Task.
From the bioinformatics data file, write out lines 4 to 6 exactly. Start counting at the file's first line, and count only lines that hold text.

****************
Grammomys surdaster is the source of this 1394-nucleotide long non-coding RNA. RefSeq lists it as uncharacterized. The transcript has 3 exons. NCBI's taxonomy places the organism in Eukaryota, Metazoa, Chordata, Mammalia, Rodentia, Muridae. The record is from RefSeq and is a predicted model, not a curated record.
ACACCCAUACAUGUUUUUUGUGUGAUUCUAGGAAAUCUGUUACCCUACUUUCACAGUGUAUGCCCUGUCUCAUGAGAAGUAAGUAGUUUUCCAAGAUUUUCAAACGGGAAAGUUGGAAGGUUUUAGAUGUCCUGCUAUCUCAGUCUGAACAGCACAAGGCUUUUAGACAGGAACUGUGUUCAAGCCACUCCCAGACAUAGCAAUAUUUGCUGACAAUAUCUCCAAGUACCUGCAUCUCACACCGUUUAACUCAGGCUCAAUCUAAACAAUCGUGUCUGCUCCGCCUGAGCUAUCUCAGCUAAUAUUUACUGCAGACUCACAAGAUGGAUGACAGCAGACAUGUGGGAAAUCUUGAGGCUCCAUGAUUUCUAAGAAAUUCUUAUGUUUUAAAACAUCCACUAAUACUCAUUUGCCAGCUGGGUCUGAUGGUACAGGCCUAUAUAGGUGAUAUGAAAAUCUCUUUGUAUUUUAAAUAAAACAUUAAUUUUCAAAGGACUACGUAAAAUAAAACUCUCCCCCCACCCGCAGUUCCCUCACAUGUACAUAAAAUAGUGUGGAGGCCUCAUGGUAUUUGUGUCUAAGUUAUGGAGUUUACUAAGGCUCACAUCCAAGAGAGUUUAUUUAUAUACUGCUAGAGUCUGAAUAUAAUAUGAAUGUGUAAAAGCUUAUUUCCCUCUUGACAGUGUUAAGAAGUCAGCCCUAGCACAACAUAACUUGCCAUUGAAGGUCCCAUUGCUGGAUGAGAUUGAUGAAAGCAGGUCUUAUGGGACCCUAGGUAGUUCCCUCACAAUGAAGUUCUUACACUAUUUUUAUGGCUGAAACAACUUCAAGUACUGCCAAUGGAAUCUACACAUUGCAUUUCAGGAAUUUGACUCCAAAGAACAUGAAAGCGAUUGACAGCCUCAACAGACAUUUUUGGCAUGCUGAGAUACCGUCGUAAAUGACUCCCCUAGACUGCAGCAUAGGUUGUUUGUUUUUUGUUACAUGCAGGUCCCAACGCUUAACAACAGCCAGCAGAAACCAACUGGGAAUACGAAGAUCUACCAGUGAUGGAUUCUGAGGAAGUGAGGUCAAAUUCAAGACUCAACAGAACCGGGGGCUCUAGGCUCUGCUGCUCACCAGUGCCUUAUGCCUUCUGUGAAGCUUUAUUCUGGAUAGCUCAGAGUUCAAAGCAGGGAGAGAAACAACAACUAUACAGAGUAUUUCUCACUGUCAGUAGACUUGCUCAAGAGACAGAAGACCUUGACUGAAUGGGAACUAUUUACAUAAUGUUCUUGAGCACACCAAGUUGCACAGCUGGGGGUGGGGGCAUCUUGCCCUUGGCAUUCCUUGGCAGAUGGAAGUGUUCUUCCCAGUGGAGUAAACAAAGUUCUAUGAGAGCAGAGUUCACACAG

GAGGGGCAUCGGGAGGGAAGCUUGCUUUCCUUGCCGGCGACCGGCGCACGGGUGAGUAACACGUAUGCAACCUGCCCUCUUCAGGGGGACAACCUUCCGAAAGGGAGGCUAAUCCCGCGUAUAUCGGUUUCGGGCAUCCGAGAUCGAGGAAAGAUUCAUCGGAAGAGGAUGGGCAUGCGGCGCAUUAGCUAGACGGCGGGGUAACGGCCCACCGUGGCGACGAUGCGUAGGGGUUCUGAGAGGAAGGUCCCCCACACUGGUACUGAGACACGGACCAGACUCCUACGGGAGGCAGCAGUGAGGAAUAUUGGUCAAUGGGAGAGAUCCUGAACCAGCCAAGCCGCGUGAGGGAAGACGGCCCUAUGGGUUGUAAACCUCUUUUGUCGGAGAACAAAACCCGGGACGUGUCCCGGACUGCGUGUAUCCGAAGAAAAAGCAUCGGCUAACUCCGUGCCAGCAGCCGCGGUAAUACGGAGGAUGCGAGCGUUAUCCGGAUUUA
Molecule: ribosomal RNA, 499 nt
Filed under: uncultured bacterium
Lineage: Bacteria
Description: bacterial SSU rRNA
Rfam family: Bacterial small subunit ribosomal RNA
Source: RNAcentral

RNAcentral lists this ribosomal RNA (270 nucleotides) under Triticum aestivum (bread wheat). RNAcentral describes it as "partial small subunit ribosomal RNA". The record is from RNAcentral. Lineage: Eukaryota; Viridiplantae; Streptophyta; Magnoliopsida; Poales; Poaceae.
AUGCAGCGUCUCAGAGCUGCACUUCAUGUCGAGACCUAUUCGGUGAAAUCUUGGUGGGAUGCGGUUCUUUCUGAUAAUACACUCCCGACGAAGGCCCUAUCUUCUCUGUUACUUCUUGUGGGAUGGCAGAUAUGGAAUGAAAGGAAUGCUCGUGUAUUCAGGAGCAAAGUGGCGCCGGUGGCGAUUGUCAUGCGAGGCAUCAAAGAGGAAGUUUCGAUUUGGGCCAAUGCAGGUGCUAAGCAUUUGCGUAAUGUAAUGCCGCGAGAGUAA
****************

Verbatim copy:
Molecule: ribosomal RNA, 499 nt
Filed under: uncultured bacterium
Lineage: Bacteria